Of late, there has been much spoken and written about the shrill and antagonistic tone taken by politicians and the media in an effort to have their message heard and rise above the din of other noise and static inundating voters, viewers, subcribers, etc. Unfortunately, the typical “Man in the Street” has been so turned off by the vitriol, that the message and the messenger is viewed cynically and either avoided or tuned out. It is that same rush to attack and motivation to discount others that has infiltrated and permeated our business relationships as well.
In fact, it is hard to remain civil and well-mannered at work. There are competing pressures, tight deadlines, lack of resources available to meet demands, self-interests to protect (promotion opportunities, pursuit of plum assignments, and corner offices to secure, etc.). Each of these alone would be sufficient to cause people to compete; and in turn, turn less cordial toward each other. When more than one co-exists in a single environment (as it often does); it is enough to almost guarantee that people will be become territorial, protective, aggressive, etc.
While there may be times where it makes good sense to initiate internal competition in an effort to create a better outcome (Procter & Gamble has mastered doing that in pitting one brand against another, often in the same product category); it also runs the risk of causing people to focus less on striving to improve and more on hindering others from succeeding. Instead of it leading to everyone improving, it can sometimes lead to sabotage and strife internally.
What to do
If we agree that it is worth maintaining a level of civility and even in times of disagreement, to avoid inappropriate actions or comments, then the following reminders may be worth heeding to stave off the potential for increasing conflict when reaching a positive resolution is preferred.
1. Say what you mean, and mean what you say. Even when there are potentially uncomfortable things that need to be communicated, there is no replacement for genuine and authentic communication that is borne of a desire to be productive and accurate in giving feedback.
2. Better to ask for, then to give advice — Offering unsolicted advice, telling others would they ought to do, or should stop doing will more often lead to resentment and a general distrust.
3. Walk a mile in their shoes – Rather than assume you know the motives or someone else’s intentions, resist jumping to conclusions. In its place, confirm, check with resources, ask directly, and even then – do not assume to know what someone else is thinking.
4. See shades of gray – While it is easy to paint someone with a set of beliefs and characteristics that seem consistent with one’s preconceived notions, remember that the other person is a complex set of traits, beliefs, and experiences. It is helpful to identify a posiitve characteristic about the other person and not ONLY see the negatives.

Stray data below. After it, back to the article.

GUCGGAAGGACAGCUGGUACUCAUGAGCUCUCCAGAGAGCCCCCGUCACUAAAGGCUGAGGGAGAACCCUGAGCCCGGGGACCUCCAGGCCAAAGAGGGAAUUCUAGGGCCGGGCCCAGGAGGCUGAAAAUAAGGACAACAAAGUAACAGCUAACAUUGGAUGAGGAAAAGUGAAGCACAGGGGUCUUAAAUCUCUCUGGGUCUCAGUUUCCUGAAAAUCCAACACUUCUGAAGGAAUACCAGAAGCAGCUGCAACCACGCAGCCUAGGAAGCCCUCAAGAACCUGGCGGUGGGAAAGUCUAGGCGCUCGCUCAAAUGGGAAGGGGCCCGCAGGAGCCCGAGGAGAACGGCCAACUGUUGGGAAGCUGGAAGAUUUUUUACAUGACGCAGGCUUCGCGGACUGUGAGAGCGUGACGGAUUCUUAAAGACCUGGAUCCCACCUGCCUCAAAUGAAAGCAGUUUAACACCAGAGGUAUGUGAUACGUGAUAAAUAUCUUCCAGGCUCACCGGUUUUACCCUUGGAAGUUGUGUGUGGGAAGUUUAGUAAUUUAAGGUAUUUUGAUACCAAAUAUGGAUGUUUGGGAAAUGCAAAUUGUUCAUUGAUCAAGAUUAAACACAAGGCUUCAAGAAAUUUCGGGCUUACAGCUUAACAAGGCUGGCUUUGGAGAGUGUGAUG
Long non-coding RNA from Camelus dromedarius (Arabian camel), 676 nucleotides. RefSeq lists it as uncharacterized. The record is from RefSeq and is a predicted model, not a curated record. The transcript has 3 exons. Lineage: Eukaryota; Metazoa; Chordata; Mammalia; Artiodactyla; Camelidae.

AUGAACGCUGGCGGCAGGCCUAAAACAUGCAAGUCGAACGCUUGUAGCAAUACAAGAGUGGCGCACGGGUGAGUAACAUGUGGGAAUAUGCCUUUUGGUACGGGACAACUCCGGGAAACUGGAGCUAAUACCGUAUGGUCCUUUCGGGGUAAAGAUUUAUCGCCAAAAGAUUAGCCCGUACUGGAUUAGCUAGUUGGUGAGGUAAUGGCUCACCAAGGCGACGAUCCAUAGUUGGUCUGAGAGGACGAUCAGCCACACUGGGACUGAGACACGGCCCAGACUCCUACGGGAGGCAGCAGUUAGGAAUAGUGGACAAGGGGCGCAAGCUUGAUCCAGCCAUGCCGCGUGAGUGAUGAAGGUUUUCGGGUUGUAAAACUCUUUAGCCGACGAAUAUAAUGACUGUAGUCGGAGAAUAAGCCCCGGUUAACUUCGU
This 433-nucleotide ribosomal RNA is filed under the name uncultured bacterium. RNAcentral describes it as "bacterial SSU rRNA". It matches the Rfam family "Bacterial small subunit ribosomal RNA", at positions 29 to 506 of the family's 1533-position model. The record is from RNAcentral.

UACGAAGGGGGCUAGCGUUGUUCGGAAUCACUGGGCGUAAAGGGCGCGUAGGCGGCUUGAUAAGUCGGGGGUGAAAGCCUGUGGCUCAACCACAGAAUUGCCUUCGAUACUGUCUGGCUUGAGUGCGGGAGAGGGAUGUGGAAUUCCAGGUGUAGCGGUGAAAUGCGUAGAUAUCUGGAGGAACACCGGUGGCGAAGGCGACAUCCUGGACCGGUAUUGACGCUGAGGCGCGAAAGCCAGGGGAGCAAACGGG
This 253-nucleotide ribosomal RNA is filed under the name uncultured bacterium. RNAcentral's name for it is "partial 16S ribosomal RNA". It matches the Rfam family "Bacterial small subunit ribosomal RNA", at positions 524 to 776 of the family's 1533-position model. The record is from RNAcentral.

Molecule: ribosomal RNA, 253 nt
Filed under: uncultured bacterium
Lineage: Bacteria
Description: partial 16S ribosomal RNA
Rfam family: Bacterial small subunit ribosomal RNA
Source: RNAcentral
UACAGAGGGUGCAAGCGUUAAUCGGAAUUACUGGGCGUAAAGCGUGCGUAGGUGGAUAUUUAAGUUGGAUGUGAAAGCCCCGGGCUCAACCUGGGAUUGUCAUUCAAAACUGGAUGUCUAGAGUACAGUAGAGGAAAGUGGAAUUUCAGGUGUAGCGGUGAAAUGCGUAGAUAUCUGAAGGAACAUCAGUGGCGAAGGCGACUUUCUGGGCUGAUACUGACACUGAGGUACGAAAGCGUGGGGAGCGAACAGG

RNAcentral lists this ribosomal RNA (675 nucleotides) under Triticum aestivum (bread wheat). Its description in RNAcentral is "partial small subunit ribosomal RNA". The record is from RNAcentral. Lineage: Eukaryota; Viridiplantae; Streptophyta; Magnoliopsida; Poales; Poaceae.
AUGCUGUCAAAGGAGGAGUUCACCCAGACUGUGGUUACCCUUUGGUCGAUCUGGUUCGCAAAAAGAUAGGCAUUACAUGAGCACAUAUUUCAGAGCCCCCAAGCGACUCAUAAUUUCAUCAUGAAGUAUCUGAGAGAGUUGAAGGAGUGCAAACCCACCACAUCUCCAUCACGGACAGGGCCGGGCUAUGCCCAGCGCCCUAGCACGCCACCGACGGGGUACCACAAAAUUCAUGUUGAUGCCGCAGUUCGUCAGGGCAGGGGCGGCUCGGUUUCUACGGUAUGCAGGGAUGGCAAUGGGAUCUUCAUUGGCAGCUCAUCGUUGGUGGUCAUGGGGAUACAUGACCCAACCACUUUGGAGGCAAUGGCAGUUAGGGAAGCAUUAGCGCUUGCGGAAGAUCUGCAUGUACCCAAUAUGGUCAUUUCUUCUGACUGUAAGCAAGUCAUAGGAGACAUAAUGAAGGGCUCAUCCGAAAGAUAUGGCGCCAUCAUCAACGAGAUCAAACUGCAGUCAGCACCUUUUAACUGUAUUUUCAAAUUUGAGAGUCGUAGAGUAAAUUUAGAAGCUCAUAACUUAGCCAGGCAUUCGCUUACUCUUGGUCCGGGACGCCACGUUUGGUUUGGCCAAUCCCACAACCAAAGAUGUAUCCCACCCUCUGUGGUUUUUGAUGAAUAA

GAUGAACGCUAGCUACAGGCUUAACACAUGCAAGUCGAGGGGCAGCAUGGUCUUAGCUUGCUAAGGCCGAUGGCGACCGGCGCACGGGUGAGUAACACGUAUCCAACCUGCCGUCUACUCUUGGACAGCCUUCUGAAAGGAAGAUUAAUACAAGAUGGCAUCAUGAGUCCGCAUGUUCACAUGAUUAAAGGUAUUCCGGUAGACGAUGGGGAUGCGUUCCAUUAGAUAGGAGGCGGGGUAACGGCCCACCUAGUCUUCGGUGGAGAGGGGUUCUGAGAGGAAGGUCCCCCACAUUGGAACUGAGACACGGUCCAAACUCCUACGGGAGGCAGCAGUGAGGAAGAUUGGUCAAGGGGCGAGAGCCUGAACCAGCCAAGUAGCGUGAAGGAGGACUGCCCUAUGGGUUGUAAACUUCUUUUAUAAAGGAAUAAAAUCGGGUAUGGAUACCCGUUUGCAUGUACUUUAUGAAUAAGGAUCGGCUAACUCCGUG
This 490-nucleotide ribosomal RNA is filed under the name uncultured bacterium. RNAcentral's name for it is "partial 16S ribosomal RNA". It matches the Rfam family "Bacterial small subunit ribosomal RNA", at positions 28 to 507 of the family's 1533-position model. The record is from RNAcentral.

5. Ask and listen – Next time you come in contact with a colleague you have a negative opinion of, skipthe mindless pleasantries adn ask a GENUINE question and then STOP long enough to focus on the answer and truly listen. You may learn your assumptions about the other person were not completely accurate.
6. Show Appreciation – It is amazing how far a simple, “Thank-you” goes. It happens so infrequently, that when it occurs, it is meaningful.
7. Give credit – The best managers, and the most effective employees have learned that sharing praise or compliments with others is the surest way to receive more. Those that seek to claim the kudos for themselves quickly learn that they are rarely provided with compliments that are not self-provided!
8. Resist the blame game – Conversely, when things go wrong – as they will from time to time – avoid finger-pointing and assigning blame or determining culpability. Far better to work to improve the system or ensure that methods are improved to prevent it. Rehashing mistakes with the purpose of blaming someone does not further the purposes of the organization.
9. Be as good as your promises – if you commit to doing something, do it. If you find you are unable to fulfull it, let people know as early as you can, provide a rationale as to why it will not happen, but most importantly – offer a way to meet the need, and what you will do to ensure it does not occur again.
10. Treat a rumor like a tumor – no one volunteers to carry around a tumor, and similarly, one should not carry a rumor around without having it checked out by someone who knows for sure what it is and what to do about it. If a rumor is told to you – confirm it with the right people, those in the know, and resist the urge to work off of less than accurate information.
Following these ten simple, and straightforward hints will help restore some of the civility back into our work environments. And who knows, it may lead to more productivity, and greater synergies between employees. Don’t wait for kindness to come your way. Gandhi had it right: We must be the change we wish to see in the world.